Here’s one thing you have to realize about movie studio executives: Their lives are crazed. Hectic, pressurized, nonstop. Those of you who live outside L.A. may have an image of it as a laid back town. Not true. People in Hollywood work their asses off, perhaps nobody more so than studio execs.
Two anecdotes to illustrate the point, each told to me by executive assistants:
Story #1: Assistant, who has worked all weekend reading scripts, turns in coverage to exec on Monday morning. Exec is just about to go to a meeting to review the weekend read. He’s frantically pawing coverage trying to get a sense of one particular script. Unable to grasp the plot and with no time to spare, he finally blurts out to the assistant, “Can you cover the coverage?”
Story #2: Harried exec fulminating about all the “shit on my plate” starts to fling scripts around on his desk. “I mean what the hell is all this stuff,” he asks scooping up a random script. The assistant takes the script. “That’s one of your projects.” Exec blankly stares at the offensive item. “It is?”
The thing is both of these execs are really smart, one as I recall Ivy League educated. It’s not the execs per se. It’s the effect of their jobs.
As a studio exec, your day begins early. Let’s say, at the gym and even there while working out, you’re networking, handling emails, texts, and so on.
There are breakfast meetings, lunch meetings, dinner meetings, and meetings for drinks.
There is a succession of meetings in your office during the day — pitches, talent, production, script notes.
In between you roll calls, dozens of 1-2 minute high-speed conversations — schmooze, get to the point, then “later” and onto your next call.
You are involved overseeing multiple movie projects, each in a different stage of development, pre-production, production or post, each requiring your attention, a blizzard of responsibilities.
There are screenings and premieres. You think these would be fun. Try having to do these week after week where – again – you network, handle texts, phone calls.
There is the never-ending reading of the tea leaves at your company — who’s up, who’s down in the daily power play — amidst a corporate attitude that if you don’t go into work on Sunday, don’t bother coming in on Saturday. Even if you’re not working your ass off, you have to give the appearance you are.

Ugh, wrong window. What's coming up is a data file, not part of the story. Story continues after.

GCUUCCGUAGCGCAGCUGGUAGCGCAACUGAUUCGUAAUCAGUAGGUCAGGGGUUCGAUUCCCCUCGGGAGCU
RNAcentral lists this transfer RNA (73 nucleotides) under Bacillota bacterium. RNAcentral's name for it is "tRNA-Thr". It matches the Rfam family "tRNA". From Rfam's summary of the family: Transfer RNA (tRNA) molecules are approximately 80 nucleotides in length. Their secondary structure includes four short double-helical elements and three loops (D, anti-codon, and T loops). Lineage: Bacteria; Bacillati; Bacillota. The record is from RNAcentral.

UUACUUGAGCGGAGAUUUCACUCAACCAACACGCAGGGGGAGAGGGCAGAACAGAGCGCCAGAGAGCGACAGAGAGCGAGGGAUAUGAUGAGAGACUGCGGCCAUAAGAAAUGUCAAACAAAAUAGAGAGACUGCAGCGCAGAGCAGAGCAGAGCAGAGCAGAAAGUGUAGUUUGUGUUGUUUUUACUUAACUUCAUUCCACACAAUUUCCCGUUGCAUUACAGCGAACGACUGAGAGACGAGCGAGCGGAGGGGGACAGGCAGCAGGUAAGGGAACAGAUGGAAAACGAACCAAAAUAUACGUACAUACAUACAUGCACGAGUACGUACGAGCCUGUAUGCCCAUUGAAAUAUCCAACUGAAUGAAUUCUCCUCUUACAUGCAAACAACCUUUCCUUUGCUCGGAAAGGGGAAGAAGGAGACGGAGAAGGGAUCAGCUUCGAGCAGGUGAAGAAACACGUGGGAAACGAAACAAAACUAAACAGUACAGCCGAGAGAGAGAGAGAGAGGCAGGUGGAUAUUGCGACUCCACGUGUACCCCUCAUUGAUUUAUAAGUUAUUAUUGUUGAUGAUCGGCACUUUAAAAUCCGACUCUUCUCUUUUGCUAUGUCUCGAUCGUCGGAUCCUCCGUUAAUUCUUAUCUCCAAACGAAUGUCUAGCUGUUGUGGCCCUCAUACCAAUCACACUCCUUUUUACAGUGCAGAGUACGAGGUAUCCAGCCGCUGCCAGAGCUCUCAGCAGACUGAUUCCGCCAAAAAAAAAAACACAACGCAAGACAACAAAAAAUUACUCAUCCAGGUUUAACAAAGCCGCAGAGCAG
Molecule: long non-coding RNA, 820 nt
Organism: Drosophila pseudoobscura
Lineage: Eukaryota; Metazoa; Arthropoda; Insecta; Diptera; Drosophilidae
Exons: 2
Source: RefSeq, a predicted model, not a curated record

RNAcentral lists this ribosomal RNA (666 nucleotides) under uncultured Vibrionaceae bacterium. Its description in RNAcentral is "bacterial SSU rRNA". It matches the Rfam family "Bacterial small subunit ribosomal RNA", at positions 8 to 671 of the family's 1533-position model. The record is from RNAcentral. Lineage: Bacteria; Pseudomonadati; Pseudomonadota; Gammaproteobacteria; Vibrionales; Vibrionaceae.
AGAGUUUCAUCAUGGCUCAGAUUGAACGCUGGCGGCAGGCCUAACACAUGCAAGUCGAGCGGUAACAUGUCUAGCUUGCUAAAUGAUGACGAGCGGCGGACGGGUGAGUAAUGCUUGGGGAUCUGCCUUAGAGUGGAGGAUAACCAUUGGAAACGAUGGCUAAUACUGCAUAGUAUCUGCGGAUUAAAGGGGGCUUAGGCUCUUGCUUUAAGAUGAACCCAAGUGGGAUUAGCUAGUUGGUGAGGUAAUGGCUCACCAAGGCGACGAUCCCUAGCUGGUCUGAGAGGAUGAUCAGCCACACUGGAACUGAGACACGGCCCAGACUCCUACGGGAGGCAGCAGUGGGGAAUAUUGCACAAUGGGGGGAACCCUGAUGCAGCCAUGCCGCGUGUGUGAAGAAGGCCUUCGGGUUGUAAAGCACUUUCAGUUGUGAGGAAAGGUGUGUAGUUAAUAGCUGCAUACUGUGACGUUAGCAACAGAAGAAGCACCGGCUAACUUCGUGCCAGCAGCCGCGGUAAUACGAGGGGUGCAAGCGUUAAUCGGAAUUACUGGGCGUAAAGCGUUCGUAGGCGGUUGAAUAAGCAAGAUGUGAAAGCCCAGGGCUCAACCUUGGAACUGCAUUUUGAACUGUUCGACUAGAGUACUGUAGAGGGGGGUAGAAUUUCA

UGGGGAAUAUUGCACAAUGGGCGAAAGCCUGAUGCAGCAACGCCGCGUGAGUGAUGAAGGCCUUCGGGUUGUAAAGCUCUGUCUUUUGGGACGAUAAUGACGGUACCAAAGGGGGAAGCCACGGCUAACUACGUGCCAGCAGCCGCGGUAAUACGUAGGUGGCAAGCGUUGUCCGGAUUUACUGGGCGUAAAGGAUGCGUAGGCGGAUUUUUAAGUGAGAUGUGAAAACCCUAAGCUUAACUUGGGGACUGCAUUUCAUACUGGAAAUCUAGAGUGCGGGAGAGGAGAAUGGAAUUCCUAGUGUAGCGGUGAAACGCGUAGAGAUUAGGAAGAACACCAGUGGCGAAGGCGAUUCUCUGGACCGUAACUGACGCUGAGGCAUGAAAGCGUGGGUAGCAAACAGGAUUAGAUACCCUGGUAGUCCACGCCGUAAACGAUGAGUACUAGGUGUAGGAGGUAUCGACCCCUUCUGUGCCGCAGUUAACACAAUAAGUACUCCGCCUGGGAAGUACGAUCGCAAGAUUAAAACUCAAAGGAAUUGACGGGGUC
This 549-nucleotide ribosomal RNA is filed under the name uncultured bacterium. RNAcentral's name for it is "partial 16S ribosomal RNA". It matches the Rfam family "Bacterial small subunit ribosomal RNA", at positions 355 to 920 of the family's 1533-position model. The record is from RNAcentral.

And always the pursuit of the next hot project, great script, new writer in a town where everybody else is competing with you to find the next hot project, great script, new writer…
Finally when you roll home at night about midnight, there it is — your stack of scripts to read.
Set aside whether you can sympathize with studio execs or not. Yes, they may make a lot of money. They may chill with celebs and power players. They may work in the movie business, fer cryin’ out loud. You may very well think, “How bad can it be?”
That is entirely beside the point. For a screenwriter, the only point of this post is to bring you to that moment when the exec slumps into their place and lays their bloodshot eyes on that stack of scripts.
Imagine this: What are they feeling when they see those scripts? You think after their frenetic day, they’re excited to sit down and read a screenplay?
In fact, you can pretty much assume reading a script is the very last thing they want to do.
And that, my friend, is the awareness you need to keep in mind with every last word you write. Because when that exec flops into a chair or at their desk or onto their bed, then opens up your script to read, your words need to pull them out of their normative state of exhausted cynicism and into your story universe.
For these people who can literally change your life with the utterance of one word — “Yes!” — you better damn well make sure your story sings, that your plot, your dialogue, your characters make them forget their weariness and remember one of the reasons why they got into the business in the first place…
To read a great story.
The Business of Screenwriting is a weekly series of GITS posts based upon my experiences as a complete Hollywood outsider who sold a spec script for a lot of money, parlayed that into a screenwriting career during which time I’ve made some good choices, some okay decisions, and some really stupid ones. Hopefully you’ll be the wiser for what you learn here.
[Originally posted May 12, 2011]